Red-Eared Slider Turtle
The red-eared slider (Trachemys scripta elegans), also known as the red-eared terrapin, is a semiaquatic turtle belonging to the family Emydidae. It is a subspecies of the pond slider. It is the most popular pet turtle in the United States and is also popular as a pet in the rest of the world. It has, therefore, become the most commonly traded turtle in the world. It is native to the southern United States and northern Mexico, but has become established in other places because of pet releases, and has become an invasive species in many areas, where it outcompetes native species. The red-eared slider is included in the list of the world's 100 most invasive species published by the IUCN.
Red-eared sliders get their name from the small red stripe around their ears.. The "slider" in their name comes from their ability to slide off rocks and logs and into the water quickly. This species was previously known as Troost's turtle in honor of an American herpetologist; Trachemys scripta troostii is now the scientific name for another subspecies, the Cumberland slider. The red-eared slider belongs to the order Testudines, which contains about 250 turtle species. It is a subspecies of Trachemys scripta. They were previously classified under the name Chrysemys scripta elegans.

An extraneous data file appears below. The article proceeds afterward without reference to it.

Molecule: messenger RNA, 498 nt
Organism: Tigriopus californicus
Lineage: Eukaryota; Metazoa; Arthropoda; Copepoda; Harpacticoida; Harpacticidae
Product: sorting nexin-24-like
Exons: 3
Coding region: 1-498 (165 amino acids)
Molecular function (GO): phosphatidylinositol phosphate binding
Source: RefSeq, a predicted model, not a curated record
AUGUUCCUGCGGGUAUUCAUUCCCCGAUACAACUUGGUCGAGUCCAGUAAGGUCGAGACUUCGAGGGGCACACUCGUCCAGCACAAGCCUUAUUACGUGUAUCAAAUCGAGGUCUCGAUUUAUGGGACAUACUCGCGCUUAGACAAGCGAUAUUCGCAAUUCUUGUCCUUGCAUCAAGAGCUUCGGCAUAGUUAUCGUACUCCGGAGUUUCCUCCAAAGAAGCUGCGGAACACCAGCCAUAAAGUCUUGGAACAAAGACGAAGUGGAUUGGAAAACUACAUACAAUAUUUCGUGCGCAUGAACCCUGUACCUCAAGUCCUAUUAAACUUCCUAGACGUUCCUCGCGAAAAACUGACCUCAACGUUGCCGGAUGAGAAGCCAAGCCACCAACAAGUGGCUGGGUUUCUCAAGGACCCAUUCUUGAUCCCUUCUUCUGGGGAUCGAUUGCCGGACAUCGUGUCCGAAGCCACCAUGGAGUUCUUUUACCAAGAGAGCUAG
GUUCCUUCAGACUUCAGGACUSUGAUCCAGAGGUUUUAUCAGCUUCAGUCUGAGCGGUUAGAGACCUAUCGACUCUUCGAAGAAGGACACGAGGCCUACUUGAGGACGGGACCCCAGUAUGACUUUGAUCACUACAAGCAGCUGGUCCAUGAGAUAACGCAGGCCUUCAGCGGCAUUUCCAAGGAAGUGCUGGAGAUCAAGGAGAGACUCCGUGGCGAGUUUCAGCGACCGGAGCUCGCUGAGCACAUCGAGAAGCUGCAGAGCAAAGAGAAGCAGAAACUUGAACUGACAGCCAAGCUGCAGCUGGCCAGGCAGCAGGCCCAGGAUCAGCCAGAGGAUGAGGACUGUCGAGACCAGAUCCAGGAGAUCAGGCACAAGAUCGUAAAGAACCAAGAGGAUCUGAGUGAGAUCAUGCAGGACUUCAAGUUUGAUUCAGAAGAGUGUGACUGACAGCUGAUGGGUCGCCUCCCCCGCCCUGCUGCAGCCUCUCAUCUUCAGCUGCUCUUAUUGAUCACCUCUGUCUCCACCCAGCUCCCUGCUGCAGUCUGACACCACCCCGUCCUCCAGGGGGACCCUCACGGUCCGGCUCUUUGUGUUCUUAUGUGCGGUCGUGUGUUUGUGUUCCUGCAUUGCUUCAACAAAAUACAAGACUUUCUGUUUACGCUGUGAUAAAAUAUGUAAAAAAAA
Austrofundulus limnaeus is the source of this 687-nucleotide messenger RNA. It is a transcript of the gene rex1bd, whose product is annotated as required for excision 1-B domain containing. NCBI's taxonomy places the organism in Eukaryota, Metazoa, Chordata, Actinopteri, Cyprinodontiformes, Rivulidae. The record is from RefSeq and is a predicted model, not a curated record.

The species Trachemys scripta contains three subspecies: T. s. elegans (red-eared slider), T. s. scripta (yellow-bellied slider), and T. s. troostii (Cumberland slider).
The carapace of this species can reach more than 16 in in length, but the average length ranges from 6 to 8 in. The females of the species are usually larger than the males. They typically live between 20 and 30 years, although some individuals have lived for more than 40 years. Their life expectancy is shorter when they are kept in captivity. The quality of their living environment has a strong influence on their lifespans and well being.
These turtles are poikilotherms, meaning they are unable to regulate their body temperatures independently; they are completely dependent on the temperature of their environment. For this reason, they need to sunbathe frequently to warm themselves and maintain their body temperatures.
The red-eared slider originated from the area around the Mississippi River and the Gulf of Mexico, in warm climates in the southeastern United States. Their native areas range from the southeast of Colorado to Virginia and Florida. In nature, they inhabit areas with a source of still, warm water, such as ponds, lakes, swamps, creeks, streams, or slow-flowing rivers. They live in areas of calm water where they are able to leave the water easily by climbing onto rocks or tree trunks so they can warm up in the sun. Individuals are often found sunbathing in a group or even on top of each other. They also require abundant aquatic plants, as these are the adults' main food, although they are omnivores. Turtles in the wild always remain close to water unless they are searching for a new habitat or when females leave the water to lay their eggs.